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Some problems with seismic reflection techniques

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Blackburn, Gregory John (1982) Some problems with seismic reflection techniques. PhD thesis, University of Tasmania.

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Abstract

Non-zero offset raypath tracing of primary P waves over a
suite of geologically complex two-dimensional models illustrates
that large errors occur in the conversion of stacking velocities
to vertical velocities. Consequently (1) stacking velocities
may not be consistent for seismic lines shot over the same
area for different field configurations, (2) stacking velocities
can vary greatly for a given spread length and different shot
offsets, (3) rapid lateral changes in stacking velocities due
to geological factors may disguise velocity information from
horizons overlain by irregularities, (4) the customary assumption
that stacking velocities approximate root mean square velocities
is not valid in areas of geological complexity, (5) fictitious
time shifts and consequent timing and velocity errors are
introduced when conventional replacement statics are used, and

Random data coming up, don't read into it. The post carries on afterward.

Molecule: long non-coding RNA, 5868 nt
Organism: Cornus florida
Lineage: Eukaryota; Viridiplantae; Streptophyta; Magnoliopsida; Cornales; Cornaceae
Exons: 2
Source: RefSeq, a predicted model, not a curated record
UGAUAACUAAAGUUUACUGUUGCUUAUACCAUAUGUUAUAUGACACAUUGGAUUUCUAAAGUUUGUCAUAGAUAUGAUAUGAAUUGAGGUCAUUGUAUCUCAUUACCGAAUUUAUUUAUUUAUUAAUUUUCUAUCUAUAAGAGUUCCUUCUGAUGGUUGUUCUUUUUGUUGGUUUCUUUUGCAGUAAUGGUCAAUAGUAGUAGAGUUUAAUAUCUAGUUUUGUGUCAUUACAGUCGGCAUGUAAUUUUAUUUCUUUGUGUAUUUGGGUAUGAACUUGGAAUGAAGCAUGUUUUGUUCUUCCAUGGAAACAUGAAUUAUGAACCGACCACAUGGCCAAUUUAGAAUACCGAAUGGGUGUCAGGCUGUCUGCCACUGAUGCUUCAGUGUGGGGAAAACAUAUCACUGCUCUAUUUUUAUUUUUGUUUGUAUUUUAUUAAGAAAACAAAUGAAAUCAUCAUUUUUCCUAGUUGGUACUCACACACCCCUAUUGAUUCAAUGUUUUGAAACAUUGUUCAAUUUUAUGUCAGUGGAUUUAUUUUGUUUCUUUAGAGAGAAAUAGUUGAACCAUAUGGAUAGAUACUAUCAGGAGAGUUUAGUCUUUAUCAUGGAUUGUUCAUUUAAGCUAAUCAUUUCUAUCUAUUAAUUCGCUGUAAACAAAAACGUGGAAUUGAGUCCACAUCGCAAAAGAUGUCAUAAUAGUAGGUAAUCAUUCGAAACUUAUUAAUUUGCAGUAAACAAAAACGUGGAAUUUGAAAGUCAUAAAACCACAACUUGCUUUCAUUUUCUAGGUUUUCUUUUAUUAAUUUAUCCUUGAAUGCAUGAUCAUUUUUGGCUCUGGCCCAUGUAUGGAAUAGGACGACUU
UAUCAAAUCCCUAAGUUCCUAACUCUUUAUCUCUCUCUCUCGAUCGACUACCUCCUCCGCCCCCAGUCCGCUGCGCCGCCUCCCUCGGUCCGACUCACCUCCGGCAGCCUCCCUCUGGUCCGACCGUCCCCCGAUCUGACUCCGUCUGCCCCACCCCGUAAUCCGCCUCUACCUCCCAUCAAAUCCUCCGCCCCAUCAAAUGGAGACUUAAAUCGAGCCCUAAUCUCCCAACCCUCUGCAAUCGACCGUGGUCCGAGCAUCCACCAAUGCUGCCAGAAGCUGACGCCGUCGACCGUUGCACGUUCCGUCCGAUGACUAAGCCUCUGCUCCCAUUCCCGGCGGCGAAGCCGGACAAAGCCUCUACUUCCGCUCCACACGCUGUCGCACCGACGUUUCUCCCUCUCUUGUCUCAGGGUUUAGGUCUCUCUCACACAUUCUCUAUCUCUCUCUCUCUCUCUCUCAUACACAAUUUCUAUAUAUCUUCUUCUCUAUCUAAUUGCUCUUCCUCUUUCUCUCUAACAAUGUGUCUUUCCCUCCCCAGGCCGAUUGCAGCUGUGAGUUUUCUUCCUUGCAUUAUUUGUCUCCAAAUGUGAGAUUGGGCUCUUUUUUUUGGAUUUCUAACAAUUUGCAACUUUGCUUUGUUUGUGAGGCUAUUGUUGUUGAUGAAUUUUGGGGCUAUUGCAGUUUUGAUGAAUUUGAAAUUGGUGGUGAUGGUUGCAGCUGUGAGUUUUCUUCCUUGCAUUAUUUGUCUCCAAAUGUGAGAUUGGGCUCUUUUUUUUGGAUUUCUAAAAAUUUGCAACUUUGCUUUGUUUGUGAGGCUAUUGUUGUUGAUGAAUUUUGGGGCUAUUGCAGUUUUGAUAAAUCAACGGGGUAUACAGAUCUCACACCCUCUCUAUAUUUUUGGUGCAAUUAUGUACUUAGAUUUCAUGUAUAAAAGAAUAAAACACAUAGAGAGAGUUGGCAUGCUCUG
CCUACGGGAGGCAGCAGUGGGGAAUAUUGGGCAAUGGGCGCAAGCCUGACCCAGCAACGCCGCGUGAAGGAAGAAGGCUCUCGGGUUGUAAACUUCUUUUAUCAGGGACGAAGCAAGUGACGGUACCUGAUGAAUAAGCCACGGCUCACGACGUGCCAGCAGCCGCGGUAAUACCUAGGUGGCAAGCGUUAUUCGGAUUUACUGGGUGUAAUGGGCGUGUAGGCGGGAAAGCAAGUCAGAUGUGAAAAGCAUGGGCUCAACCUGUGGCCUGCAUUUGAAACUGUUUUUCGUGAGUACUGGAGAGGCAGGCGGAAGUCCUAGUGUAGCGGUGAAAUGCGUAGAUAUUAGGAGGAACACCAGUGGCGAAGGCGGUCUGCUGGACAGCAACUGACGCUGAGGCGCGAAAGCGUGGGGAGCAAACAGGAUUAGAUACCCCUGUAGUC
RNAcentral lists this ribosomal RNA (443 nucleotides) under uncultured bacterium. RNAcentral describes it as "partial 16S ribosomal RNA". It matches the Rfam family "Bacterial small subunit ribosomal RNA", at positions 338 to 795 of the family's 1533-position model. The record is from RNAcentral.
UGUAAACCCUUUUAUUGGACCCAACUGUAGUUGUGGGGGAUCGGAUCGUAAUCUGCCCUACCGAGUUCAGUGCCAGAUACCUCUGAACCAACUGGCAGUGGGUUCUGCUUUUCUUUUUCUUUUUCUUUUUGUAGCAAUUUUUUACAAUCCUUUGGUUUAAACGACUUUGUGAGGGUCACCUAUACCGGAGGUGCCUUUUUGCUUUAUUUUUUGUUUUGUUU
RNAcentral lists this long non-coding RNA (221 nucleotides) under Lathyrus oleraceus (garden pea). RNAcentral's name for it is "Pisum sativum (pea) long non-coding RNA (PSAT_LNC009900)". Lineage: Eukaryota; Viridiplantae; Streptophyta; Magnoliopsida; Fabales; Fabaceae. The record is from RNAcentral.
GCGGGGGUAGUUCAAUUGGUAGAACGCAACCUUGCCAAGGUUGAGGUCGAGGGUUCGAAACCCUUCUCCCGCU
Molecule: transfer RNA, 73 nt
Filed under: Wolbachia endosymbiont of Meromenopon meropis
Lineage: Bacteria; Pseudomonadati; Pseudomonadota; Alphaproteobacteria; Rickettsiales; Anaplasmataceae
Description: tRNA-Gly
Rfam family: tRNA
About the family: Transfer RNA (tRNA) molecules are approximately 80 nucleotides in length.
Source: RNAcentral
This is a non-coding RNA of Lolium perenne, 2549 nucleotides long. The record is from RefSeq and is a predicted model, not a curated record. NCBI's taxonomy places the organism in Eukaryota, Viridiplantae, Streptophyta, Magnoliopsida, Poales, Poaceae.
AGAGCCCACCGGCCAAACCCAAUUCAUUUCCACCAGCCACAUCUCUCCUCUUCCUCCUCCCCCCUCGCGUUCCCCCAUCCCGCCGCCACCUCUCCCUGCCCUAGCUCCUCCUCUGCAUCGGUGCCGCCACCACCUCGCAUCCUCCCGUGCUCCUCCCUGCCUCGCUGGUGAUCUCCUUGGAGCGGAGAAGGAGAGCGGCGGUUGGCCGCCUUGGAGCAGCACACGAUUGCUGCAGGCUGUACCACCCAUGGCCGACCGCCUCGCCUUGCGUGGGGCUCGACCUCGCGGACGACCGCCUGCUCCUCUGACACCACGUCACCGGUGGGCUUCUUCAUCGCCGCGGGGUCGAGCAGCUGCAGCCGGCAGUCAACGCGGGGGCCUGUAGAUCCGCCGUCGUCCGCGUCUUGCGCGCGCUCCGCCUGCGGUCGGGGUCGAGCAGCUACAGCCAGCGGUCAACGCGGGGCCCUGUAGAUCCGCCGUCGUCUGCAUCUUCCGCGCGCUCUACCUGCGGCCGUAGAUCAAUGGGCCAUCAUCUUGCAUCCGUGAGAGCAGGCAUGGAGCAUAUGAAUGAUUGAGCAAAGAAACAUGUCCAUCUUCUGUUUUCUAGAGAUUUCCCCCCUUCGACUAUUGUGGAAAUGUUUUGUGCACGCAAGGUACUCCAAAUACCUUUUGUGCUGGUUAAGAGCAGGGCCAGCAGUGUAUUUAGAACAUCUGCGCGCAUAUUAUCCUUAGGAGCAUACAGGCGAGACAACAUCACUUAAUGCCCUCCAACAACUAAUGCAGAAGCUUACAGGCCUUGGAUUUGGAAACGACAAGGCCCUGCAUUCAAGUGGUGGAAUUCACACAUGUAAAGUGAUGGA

(6) statics are time variant and surface inconsistent so that
appropriate corrections should be made according to layer depth.
Simple mathematical expressions are derived for velocity and
depth migration determination in both steeply dipping and
complicated overburden environments. Model studies show that the amplitude, frequency and
wavelet characteristics of a reflector are dependent on both the
reflector and overlying formations and may preclude definition
of the reflecting surface. The use of CDP methods is detrimental
in preserving these essential parameters. Interference due to
thin layers results in reflectivities, transmissivities and
mode conversion that depend on the layering properties, frequency
and angle of the incident plane wave. Increased resolution of
thin beds can be obtained by using the converted PS or SS waves.

Item Type: Thesis (PhD)
Keywords: Seismic reflection method, Geology
Copyright Holders: The Author
Copyright Information:

Copyright 1982 the Author – The University is continuing to endeavour to trace the copyright owner(s) and in the meantime this item has been reproduced here in good faith. We would be pleased to hear from the copyright owner(s).

Additional Information:

Thesis (Ph.D.)--University of Tasmania, 1983. Bibliography: l. R.1-R.10

Date Deposited: 25 Nov 2014 00:40
Last Modified: 04 May 2016 00:45
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